Company and organizations now appreciate applying the engineering disciple to software. And therefor are in constant search for Software Engineers. Actually a report that was published by Mashable ranks the job of software engineer as the first technology job of 2014. Yet, we can see that in practice software engineering (SE) is misunderstood. In order to clear that we will try to answer this three questions:
- What is software engineering and why is it important?
- What are the building blocks of software engineering?
- What are the processes and methods that differentiate it as a discipline?
What is software engineering?
According to IEEE, SE is defined as “the application of a systematic, disciplined, quantifiable approach to the development, operation, and maintenance of software” One thing we need to take from this definition is that SE is applied through the entire software lifecycle, from specifications all the way to maintenance after system deployment. So why use an engineering approach to software? A simple answer is, because that alternative would be to use ad hoc or disordered approach, while an engineering approach means predictability and quantifiable results which is achieved through the applications of theories, methodologies, frameworks and tools. SW in practice is built in three layers. The first layer is that of the process, the process defines the framework and the order around various activities undertaken in a software project. It sets out how requirements, design, construction (implementation) and testing are performed. The second layer is the methods. Software engineering methods are proven techniques to perform certain activities. For example there are methods of requirement analysis / modeling, design and design modeling, testing and etc. The final layer is that of the tools, software engineering tools allow automations of activities. Which helps in the systematic approach in software engineering. Figure 1 Illustrates all the layers.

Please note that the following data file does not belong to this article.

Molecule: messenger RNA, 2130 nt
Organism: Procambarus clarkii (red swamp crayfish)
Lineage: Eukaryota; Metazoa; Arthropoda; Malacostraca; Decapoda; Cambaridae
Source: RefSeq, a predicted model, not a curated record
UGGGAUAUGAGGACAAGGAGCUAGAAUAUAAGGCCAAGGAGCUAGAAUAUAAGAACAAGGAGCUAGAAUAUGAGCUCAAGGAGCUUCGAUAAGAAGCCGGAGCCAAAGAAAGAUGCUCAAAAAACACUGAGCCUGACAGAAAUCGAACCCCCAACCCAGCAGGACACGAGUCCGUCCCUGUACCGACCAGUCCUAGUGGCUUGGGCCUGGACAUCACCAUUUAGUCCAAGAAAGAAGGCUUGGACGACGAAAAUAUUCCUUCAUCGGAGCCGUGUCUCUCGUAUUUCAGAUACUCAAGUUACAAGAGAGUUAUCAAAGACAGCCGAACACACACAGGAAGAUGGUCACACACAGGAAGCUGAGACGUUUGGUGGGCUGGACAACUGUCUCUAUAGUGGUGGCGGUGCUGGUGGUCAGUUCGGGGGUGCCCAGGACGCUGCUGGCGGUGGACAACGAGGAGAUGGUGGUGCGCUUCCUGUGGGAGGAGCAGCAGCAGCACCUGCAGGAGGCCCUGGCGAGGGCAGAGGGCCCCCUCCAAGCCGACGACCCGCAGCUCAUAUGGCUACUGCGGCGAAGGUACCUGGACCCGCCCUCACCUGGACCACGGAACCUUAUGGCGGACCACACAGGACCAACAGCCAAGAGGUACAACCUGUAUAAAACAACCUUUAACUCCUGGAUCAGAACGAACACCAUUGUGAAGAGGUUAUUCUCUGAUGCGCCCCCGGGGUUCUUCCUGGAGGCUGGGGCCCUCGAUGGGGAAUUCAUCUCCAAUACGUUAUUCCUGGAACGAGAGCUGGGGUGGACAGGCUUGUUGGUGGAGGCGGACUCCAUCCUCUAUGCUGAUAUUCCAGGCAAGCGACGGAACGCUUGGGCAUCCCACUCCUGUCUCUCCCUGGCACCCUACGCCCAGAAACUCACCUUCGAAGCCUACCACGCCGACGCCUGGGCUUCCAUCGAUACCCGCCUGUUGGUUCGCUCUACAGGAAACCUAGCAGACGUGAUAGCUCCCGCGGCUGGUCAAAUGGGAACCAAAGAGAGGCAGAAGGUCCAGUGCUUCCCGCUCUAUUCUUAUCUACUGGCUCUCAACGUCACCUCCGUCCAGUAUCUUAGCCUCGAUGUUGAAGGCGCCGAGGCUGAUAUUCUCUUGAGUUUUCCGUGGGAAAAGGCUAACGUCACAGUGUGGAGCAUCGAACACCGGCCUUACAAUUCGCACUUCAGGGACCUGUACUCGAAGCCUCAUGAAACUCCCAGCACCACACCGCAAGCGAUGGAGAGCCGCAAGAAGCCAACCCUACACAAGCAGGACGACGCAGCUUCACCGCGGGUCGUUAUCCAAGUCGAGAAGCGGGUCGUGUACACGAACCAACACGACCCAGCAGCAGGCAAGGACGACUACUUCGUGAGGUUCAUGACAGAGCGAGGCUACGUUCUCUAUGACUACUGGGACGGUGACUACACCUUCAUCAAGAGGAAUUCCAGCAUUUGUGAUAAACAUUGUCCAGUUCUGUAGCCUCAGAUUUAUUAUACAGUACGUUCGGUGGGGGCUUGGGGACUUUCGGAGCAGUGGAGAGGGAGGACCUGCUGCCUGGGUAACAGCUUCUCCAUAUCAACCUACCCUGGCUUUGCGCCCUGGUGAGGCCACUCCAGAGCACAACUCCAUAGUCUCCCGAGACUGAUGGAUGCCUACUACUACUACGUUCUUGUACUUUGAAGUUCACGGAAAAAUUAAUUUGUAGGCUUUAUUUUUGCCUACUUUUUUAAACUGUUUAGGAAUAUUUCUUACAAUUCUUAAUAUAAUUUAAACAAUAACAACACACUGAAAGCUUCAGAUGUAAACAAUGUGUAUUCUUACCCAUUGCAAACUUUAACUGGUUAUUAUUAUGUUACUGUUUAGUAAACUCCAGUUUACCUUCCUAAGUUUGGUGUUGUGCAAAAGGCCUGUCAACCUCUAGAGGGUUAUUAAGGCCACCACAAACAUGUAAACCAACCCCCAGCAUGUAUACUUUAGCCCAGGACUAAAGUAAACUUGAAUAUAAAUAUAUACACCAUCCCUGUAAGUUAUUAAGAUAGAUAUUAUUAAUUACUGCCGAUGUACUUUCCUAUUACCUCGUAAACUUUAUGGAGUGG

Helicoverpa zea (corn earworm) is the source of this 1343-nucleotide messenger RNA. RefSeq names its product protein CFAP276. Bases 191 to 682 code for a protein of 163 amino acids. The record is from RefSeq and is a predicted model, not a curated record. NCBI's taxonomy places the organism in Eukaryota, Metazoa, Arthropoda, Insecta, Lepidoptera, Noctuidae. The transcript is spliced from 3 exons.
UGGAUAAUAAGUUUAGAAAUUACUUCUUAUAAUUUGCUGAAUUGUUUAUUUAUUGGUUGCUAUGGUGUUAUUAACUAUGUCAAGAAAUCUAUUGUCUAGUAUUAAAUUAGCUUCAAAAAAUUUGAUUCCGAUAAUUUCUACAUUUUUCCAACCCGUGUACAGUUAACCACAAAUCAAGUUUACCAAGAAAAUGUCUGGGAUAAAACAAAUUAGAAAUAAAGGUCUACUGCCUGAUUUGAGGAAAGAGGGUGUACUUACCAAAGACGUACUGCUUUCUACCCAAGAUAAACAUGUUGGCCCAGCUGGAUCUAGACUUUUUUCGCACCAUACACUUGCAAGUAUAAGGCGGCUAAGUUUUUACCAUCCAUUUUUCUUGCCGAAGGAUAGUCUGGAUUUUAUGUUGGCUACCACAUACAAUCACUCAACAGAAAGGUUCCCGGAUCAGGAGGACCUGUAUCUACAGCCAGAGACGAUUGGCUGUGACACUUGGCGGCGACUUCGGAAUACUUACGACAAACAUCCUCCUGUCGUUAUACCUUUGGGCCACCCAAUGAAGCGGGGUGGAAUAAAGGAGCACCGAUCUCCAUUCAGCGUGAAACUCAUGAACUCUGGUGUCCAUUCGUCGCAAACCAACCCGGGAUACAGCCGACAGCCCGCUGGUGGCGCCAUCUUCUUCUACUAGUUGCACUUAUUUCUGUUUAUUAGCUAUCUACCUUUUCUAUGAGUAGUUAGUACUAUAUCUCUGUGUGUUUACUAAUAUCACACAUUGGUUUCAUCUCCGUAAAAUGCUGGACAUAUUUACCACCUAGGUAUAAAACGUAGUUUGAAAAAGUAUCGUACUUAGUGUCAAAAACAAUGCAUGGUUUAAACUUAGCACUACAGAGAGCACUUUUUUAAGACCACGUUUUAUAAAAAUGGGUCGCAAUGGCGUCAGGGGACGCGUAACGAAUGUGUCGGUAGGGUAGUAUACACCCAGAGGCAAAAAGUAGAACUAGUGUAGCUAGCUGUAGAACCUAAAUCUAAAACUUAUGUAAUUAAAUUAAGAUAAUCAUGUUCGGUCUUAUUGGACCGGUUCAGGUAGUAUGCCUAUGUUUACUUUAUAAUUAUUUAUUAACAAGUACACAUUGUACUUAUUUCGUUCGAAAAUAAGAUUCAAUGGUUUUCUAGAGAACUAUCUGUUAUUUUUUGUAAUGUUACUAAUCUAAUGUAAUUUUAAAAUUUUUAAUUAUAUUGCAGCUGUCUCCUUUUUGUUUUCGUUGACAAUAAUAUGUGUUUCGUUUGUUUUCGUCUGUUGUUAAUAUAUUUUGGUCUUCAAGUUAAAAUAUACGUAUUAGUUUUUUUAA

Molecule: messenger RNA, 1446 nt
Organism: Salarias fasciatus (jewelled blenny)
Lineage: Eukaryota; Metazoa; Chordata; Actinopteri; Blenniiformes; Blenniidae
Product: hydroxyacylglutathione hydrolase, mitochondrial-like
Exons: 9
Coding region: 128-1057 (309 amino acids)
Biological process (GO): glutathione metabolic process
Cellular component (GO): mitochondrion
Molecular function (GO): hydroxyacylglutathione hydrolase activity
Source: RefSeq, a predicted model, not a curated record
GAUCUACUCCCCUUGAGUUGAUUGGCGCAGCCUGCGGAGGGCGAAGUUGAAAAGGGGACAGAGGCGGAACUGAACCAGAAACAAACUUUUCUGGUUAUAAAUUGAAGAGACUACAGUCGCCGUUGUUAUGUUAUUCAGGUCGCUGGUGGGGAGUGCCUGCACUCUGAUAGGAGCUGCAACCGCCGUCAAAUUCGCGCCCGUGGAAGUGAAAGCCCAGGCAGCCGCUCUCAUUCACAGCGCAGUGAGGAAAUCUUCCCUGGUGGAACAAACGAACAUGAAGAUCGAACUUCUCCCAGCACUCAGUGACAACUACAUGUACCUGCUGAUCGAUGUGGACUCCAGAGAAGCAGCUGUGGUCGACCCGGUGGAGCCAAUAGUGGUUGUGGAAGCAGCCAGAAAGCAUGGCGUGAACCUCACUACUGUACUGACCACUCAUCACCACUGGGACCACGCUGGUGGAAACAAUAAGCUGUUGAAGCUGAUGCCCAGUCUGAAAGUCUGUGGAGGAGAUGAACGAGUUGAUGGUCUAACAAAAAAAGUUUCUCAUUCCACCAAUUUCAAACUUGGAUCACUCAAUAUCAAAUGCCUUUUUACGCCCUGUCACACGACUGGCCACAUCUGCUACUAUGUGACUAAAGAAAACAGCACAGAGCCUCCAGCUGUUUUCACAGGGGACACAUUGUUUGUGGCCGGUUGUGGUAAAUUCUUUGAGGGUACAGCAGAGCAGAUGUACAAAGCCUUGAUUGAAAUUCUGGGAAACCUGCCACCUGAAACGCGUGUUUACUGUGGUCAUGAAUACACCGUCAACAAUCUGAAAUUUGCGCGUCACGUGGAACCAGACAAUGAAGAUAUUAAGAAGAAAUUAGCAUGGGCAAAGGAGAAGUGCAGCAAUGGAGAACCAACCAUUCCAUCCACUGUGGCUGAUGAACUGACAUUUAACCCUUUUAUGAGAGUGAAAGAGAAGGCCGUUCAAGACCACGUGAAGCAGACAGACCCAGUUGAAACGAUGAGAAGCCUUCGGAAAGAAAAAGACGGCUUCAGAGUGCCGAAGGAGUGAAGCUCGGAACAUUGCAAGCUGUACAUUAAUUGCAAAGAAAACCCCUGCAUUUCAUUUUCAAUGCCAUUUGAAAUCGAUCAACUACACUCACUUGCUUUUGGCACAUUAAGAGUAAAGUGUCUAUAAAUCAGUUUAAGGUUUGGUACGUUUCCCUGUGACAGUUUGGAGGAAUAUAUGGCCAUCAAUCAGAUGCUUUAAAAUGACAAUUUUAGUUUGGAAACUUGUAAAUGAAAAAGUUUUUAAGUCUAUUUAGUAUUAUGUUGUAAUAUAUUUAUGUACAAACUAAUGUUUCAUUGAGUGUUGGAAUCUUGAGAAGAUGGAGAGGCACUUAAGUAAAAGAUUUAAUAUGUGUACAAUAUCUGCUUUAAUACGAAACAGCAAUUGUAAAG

Figure 1 Software engineering layers
Software Process and Process Model
The process of software creation contains a set of generic activities. Which we will summarize as follows:
Figure 2 Lifecycle of software
In addition to this process activates, there are those activities (commonly referred as umbrella) that span the entire software lifecycle. Such as project management, quality management, configuration management and process improvement. So now that we know the set of activates required to create a software, we come back to the question what is a software process? A software process, also called a software development lifecycle (SDLC), defines the set of tasks inside of the software engineering activities, the order and details of these task and activities, their flow (e.g. Iterative, linear and etc) and the type and details of artefacts generated by them (e.g. requirement and design models). All these activities are based on selected model. So the next question is, what are the available software process models, which we could choose from? Some of the best known models are traditional models (e.g. waterfall), iterative and incremental models (e.g. prototyping, spiral, agile and unified model) and specialized models (e.g. component-based development, formal methods and aspect-orientated development). So which model is best to use? The answer depends on various factors, including project type and organization maturity. Typically the project manager in coordination with the lead software engineer decides on the process model most appropriate for a specific project.
Software Engineering Methods.